Jonathan Kinlay, Systematic Strategies
By Active Trader Staff
Although debate continues regarding both the immediate market impact and the longer-term implications of high-frequency trading, there’s no denying it has become a consistent source of profits on Wall Street.
Case in point: Systematic Strategies, a New York based high-frequency trading fund founded by British quant pro Jonathan Kinlay that, since its inception nearly four years ago, has been nothing if not consistent. From January 2007 through August of this year the fund has reported just four losing months, with the worst, November 2008, checking in at -3.89 percent (Figure 1). That downtick came directly on the heels of October’s 18.23-percent gain, the fund’s best month. Overall, the fund’s median monthly return through August 2010 is 2.43 percent, with a gross return since the beginning of 2007 of well over 200 percent.
Whether HFT as it exists today will still be around a year or five years from now is anyone’s guess, but for now it is a thriving business in an industry that has seen some of its traditional sources of revenue shrink over the past two years. Although he’s understandably tight-lipped regarding the specifics of his trading operation, Kinlay is straightforward about the nature of the high-frequency business and how it might evolve in the near future. It is, as he points out, a new industry, and one that is likely to undergo significant change as it matures.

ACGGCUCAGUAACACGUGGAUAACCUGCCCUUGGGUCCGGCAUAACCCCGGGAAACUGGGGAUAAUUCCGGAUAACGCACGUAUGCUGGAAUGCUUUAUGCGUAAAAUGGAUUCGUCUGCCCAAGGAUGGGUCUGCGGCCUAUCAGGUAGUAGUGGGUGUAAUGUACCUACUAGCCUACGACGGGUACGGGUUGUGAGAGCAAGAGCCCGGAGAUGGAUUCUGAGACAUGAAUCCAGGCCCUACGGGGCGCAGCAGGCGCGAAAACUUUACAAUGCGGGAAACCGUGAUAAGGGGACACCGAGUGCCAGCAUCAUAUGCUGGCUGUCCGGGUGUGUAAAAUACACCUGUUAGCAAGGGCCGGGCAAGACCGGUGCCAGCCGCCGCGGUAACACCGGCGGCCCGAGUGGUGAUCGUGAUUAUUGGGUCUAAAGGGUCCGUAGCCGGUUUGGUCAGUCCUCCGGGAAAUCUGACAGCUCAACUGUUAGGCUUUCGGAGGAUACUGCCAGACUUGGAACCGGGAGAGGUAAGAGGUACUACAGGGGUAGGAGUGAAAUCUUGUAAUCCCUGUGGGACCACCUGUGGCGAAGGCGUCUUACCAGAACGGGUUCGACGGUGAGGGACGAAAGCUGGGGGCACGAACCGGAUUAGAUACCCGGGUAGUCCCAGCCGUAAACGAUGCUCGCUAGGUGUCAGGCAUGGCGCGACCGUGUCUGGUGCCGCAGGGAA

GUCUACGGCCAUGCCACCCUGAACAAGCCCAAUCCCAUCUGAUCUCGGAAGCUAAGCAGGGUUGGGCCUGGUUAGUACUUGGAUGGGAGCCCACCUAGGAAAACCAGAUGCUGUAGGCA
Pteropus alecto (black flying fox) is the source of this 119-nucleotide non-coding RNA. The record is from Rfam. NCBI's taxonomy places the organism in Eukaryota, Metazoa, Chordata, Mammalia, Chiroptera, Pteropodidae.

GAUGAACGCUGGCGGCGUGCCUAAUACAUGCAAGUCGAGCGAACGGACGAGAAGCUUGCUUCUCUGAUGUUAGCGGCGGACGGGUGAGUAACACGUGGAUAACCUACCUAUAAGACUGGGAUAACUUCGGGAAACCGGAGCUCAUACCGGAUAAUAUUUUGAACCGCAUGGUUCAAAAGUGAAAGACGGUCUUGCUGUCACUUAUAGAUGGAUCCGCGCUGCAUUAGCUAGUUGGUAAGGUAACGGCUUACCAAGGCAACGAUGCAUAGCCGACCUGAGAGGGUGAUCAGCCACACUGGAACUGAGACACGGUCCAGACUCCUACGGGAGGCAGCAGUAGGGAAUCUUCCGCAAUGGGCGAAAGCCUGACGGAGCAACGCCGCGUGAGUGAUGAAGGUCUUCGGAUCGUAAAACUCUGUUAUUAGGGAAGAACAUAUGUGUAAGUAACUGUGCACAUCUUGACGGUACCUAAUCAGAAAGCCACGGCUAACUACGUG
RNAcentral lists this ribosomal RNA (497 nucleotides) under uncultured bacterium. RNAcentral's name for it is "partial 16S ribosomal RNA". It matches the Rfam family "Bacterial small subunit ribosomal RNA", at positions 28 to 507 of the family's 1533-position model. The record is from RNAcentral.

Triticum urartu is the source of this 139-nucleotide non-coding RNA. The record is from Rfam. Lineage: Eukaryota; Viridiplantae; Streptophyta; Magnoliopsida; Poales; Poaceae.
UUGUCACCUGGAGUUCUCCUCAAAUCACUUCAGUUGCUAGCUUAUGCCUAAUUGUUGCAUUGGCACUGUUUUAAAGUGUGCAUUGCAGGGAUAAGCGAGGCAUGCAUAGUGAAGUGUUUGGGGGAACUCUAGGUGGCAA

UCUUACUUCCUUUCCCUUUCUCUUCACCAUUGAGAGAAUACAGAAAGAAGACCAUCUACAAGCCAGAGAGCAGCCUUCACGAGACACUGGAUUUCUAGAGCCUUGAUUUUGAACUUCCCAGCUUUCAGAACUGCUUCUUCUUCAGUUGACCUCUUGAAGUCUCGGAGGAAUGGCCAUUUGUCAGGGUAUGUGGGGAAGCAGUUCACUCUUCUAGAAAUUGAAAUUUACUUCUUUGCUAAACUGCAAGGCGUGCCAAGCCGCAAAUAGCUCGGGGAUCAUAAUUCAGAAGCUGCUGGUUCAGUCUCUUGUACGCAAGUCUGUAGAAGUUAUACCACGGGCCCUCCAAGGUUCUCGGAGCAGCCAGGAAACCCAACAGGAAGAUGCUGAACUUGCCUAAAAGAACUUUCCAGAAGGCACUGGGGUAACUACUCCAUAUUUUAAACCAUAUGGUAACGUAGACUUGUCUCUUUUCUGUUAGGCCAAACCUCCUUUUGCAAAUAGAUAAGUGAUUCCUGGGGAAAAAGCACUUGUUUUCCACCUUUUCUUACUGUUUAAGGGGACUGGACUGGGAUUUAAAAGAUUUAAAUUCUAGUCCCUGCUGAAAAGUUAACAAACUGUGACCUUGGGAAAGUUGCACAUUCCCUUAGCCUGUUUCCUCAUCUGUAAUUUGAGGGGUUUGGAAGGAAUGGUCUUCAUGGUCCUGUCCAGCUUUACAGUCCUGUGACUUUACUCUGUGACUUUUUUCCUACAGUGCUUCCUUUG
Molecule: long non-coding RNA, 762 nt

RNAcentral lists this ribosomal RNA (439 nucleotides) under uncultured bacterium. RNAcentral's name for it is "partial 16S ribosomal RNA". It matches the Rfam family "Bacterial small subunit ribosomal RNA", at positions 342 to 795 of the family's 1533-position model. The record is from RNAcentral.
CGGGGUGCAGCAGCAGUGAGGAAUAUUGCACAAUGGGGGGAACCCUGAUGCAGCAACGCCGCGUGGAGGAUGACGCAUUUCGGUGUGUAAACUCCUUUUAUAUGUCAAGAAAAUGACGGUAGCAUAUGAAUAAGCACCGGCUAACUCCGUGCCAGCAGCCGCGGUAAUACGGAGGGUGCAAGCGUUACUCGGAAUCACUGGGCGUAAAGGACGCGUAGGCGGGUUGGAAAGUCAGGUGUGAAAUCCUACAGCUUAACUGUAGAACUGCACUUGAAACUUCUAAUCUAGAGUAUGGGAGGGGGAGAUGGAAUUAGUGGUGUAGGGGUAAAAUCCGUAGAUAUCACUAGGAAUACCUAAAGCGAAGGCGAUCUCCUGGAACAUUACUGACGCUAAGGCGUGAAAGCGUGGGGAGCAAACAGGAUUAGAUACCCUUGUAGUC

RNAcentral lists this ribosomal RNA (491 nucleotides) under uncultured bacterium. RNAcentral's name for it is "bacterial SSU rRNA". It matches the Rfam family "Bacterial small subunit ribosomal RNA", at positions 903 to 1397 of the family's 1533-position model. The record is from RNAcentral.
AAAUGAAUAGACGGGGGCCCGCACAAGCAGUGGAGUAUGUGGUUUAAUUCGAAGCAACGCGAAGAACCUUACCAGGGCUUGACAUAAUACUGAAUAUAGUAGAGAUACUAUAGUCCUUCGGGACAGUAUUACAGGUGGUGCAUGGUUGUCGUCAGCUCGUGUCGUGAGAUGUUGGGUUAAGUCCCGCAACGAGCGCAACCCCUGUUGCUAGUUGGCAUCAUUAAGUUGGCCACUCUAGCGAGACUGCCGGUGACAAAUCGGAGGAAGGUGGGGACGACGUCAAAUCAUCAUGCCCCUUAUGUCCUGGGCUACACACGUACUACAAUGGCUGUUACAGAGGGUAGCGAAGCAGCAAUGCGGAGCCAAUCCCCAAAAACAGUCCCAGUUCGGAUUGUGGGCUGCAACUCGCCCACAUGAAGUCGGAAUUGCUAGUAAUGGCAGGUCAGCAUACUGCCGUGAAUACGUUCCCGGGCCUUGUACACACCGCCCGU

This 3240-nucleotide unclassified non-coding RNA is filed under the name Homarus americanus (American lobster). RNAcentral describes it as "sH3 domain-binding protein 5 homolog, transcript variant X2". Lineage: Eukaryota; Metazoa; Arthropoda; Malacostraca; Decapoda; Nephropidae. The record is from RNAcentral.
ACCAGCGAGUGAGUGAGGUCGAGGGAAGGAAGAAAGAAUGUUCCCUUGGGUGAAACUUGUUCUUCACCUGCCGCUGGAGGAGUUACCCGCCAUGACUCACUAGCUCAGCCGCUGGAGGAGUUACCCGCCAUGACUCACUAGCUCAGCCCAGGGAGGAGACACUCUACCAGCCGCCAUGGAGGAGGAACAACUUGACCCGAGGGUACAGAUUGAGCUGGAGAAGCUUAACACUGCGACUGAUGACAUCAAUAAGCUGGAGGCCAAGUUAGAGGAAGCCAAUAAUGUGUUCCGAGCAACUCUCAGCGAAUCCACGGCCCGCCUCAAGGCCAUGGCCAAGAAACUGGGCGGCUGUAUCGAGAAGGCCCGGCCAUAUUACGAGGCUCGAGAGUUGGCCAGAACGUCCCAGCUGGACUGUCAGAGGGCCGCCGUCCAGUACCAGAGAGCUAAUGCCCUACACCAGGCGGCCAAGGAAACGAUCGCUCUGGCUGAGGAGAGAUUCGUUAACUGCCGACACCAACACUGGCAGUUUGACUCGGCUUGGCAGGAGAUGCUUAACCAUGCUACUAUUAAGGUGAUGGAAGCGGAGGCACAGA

Kinlay’s work in high frequency could be viewed as the natural evolution of a classic quant career trajectory: undergraduate degrees in math and computer science followed by a master’s degree in statistics, along with an MBA from the London Business School. He began his professional career in 1980s London in the foreign exchange area, working in risk and trading models for banks before moving on to help develop quantitative strategies for a European hedge fund.
In the 1990s he founded a research firm, Investment Analytics, which continues to perform consulting work for hedge funds in the area of investment research and strategy. (He also is the CEO of Algorithmic Execution, a broker-dealer specializing in solutions for high-frequency trading operations.) Kinlay also spent time in academia, teaching at Carnegie Mellon University from 1996 to 1999 when it was setting up a master’s program in computational finance.
Systematic Strategies had its origins in a hedge fund Kinlay started in 2003, Proteom Capital Management, which trades low-frequency strategies. Prior to Proteom, he had set up his first hedge fund, Caissa Capital, a volatility arbitrage fund that grew to about $400 million between 2001 and 2004. In 2003 Kinlay began operating Proteom, selling his interest in Caissa in 2004 to focus on his new fund full time. (He also had a brief stint as head of model development at Bear Stearns in 2007-2008.)
Proteom was based on gene-sequencing techniques derived from work done by his then-colleague Haftan Eckholdt, who was at one time head of neuroscience at Yeshiva University in New York.
“You’re essentially looking for patterns the same way you look for a gene sequence in a large, complex protein molecule,” Kinlay explains.
After an approximately 18-month process of “kicking the tires on [the idea] pretty hard,” Kinlay’s team came to the conclusion it was capable of “returning alpha.” The gene-sequencing techniques allowed them, in effect, to create a virtual trading reality.
“What we’ll do is literally create a huge number of algorithms — hundreds of millions of them — and then sample from that algorithm space to create what you might call a ‘virtual trading desk’ consisting of perhaps 50,000 virtual traders,” Kinlay says.